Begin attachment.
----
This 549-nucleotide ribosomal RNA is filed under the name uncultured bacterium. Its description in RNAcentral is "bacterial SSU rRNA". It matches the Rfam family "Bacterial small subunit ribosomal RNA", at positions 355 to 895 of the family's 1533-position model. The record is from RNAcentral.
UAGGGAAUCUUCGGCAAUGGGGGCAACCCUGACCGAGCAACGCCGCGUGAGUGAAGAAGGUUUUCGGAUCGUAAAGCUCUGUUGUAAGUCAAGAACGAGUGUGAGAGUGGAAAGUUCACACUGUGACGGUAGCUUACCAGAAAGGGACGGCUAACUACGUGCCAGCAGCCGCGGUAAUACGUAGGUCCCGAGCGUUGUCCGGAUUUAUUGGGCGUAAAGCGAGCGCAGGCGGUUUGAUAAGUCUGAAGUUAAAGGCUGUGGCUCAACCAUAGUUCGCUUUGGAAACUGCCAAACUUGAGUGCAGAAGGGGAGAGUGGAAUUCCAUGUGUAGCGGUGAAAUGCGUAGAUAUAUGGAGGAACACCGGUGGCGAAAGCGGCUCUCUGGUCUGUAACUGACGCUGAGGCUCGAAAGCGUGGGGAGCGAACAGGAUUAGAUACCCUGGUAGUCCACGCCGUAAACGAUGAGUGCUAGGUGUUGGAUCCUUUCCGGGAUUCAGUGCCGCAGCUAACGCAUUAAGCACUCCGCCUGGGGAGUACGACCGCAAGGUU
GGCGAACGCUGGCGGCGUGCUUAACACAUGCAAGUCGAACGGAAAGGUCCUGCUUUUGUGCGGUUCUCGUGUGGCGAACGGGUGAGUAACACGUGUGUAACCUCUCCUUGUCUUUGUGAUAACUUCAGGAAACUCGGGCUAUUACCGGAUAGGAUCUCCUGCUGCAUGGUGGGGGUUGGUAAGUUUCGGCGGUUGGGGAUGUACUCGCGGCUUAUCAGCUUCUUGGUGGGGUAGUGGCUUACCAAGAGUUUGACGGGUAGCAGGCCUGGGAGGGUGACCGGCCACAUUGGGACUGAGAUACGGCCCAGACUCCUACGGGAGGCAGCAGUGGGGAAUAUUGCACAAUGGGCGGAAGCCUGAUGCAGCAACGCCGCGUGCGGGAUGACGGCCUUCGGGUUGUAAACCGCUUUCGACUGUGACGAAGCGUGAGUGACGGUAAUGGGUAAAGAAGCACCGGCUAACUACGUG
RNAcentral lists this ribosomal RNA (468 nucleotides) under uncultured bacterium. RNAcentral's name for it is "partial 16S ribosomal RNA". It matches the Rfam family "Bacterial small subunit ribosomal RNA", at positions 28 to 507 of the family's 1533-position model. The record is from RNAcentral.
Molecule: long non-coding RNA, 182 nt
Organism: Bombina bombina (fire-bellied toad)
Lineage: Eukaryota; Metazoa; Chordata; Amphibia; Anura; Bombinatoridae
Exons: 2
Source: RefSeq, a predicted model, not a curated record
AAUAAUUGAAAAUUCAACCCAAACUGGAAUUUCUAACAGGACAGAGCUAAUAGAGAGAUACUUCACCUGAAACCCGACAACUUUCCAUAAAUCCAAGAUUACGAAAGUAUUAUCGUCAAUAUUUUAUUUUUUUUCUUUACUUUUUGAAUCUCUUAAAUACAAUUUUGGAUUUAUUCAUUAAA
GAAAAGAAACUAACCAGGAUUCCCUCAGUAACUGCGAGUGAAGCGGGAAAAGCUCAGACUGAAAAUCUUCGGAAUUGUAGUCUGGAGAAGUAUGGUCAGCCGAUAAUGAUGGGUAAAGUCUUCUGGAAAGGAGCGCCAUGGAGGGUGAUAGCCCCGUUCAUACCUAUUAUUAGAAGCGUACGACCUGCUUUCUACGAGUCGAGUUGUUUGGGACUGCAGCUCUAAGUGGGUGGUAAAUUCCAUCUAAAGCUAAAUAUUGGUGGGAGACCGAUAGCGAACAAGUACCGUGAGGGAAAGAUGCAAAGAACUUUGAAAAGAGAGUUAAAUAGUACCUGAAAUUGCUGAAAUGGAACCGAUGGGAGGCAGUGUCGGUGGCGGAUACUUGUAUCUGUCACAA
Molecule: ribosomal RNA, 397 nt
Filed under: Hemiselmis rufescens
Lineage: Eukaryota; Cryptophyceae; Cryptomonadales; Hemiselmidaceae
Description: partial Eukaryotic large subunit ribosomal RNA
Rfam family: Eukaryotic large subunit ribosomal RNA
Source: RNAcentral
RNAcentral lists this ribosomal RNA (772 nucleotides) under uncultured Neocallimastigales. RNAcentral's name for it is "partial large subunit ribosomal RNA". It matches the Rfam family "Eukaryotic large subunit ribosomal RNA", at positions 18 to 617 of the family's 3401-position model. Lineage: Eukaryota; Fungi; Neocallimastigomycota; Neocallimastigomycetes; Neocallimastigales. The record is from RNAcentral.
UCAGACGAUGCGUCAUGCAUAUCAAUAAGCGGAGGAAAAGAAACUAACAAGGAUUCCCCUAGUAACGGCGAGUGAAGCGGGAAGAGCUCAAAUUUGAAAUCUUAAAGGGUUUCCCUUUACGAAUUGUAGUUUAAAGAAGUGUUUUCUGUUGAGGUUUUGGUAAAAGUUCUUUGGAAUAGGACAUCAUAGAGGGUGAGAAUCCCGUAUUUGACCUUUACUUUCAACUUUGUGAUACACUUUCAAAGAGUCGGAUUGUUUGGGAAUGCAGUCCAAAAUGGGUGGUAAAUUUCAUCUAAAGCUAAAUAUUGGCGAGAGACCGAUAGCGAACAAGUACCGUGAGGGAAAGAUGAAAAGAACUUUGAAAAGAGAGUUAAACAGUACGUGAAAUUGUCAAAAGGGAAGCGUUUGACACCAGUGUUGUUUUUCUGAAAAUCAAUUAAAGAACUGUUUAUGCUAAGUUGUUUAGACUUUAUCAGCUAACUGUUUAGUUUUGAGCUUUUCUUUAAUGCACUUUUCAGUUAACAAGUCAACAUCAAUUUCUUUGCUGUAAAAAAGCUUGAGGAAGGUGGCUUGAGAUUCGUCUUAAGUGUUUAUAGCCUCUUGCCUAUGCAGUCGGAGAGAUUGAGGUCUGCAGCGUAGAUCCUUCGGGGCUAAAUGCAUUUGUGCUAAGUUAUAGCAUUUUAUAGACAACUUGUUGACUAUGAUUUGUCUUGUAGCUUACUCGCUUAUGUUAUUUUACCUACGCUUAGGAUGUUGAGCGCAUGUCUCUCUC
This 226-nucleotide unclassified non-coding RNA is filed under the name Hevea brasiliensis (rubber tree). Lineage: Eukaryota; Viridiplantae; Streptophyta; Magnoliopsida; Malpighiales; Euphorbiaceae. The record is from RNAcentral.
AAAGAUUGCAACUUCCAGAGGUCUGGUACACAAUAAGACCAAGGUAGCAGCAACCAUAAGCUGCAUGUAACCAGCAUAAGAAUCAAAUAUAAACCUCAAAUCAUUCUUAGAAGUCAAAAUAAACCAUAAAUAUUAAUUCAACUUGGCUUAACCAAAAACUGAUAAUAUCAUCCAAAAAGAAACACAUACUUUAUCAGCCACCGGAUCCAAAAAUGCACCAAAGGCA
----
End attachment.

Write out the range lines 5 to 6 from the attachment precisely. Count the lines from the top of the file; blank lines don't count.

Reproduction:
Molecule: long non-coding RNA, 182 nt
Organism: Bombina bombina (fire-bellied toad)